Prior to joining CUW in 2016, Professor Underberg was the Sport Management department chair for Cardinal Stritch University. Prior to his transition to academia, Underberg worked for professionally for nearly 20 years in marketing, communications and public relations for a variety marketing communication agencies, non-profit organizations, B2B and B2C companies tied to sports and entertainment. Underberg earned his BS from the University of Wisconsin-Madison, and his MS in sport management from Cardinal Stritch University. He is presently working toward the completion of his PhD in Leadership, Learning and Service in Higher Education at Cardinal Stritch University.
What drew you to Concordia?
The opportunity to be a part of two unique and growing departments – the Sport & Entertainment Business program and the Hospitality & Event Management program – drew me to CUW. I felt, and still feel, that these programs have the potential to be leaders on a global scale. The chance to work again with my mentor, Professor Joey-Lynn Bialkowski, as well as with a former colleague, Professor David Snieg, also appealed to me. Finally, I appreciate the entrepreneurial approach that is embraced by the Batterman School of Business. It clearly has a growth mindset.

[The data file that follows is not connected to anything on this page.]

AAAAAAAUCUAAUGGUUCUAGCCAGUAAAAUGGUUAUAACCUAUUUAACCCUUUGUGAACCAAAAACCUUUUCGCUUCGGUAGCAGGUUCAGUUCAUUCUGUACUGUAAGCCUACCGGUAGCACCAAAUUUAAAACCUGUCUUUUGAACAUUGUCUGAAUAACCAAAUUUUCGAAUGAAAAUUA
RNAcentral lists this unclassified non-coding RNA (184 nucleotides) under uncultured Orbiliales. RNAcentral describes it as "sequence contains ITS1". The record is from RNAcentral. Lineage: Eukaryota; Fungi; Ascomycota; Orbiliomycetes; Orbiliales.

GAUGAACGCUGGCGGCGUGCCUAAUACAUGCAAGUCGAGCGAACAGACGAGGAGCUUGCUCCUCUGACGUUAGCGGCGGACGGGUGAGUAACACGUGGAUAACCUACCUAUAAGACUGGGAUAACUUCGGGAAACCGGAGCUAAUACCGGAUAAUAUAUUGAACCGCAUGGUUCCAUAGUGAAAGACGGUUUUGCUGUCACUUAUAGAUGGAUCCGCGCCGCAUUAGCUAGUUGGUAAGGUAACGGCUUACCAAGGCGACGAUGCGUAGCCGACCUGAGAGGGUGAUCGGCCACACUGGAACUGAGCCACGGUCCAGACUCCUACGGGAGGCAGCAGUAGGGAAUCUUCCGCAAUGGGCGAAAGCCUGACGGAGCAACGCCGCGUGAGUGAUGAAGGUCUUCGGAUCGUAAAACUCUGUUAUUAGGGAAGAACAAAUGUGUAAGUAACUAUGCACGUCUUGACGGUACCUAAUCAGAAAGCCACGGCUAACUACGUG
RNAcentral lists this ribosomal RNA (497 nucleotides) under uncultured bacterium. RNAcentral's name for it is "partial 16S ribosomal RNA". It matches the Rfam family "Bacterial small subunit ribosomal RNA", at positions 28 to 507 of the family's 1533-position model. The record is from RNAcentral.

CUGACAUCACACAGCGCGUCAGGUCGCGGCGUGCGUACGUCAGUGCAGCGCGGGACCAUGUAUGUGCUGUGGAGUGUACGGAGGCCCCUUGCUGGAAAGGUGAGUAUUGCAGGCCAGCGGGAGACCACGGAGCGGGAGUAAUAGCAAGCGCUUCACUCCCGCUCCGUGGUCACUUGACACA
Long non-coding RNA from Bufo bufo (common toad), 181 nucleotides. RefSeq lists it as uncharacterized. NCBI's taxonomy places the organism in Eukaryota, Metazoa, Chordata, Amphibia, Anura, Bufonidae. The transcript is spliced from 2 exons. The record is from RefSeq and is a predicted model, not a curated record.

What drew you to teaching? You have a corporate background, so what drove you to transition to being a professor?
When I began the process of working toward my graduate degree in sport management, it was with the intention of furthering my career and marketability as a sport marketing and public relations professional. But as I worked through the program I was really drawn to teaching. Teaching and mentoring had always been part of my professional leadership style, so it was a natural transition. I also learned quickly that teaching fed my creative hunger in the same way that working in marketing and advertising did. I enjoyed the topics. I enjoyed the research. I loved working in sport. Teaching brought it all together for me. It’s the best professional decision that I’ve ever made.
How would you describe your teaching style?
As time has passed, I have learned that, compared to traditional lecture, I prefer an engaging and active atmosphere in the classroom. We do different things to keep a certain energy level in the classroom to ensure people are alert. I think people learn best by “doing.” I also prefer practicality – focusing on the things that matter and will be needed in the profession. Because students in these majors are entering a very competitive field of business, I have a low tolerance for “lazy.” I’m very outspoken about developing and strengthening professional habits that can help a person advance their careers. I’d prefer my students graduate with great professional habits, the ability to recognize and diagnose problems and come up with innovative solutions.
To contact Dan Underberg, feel free to email him at Daniel.Underberg@cuw.edu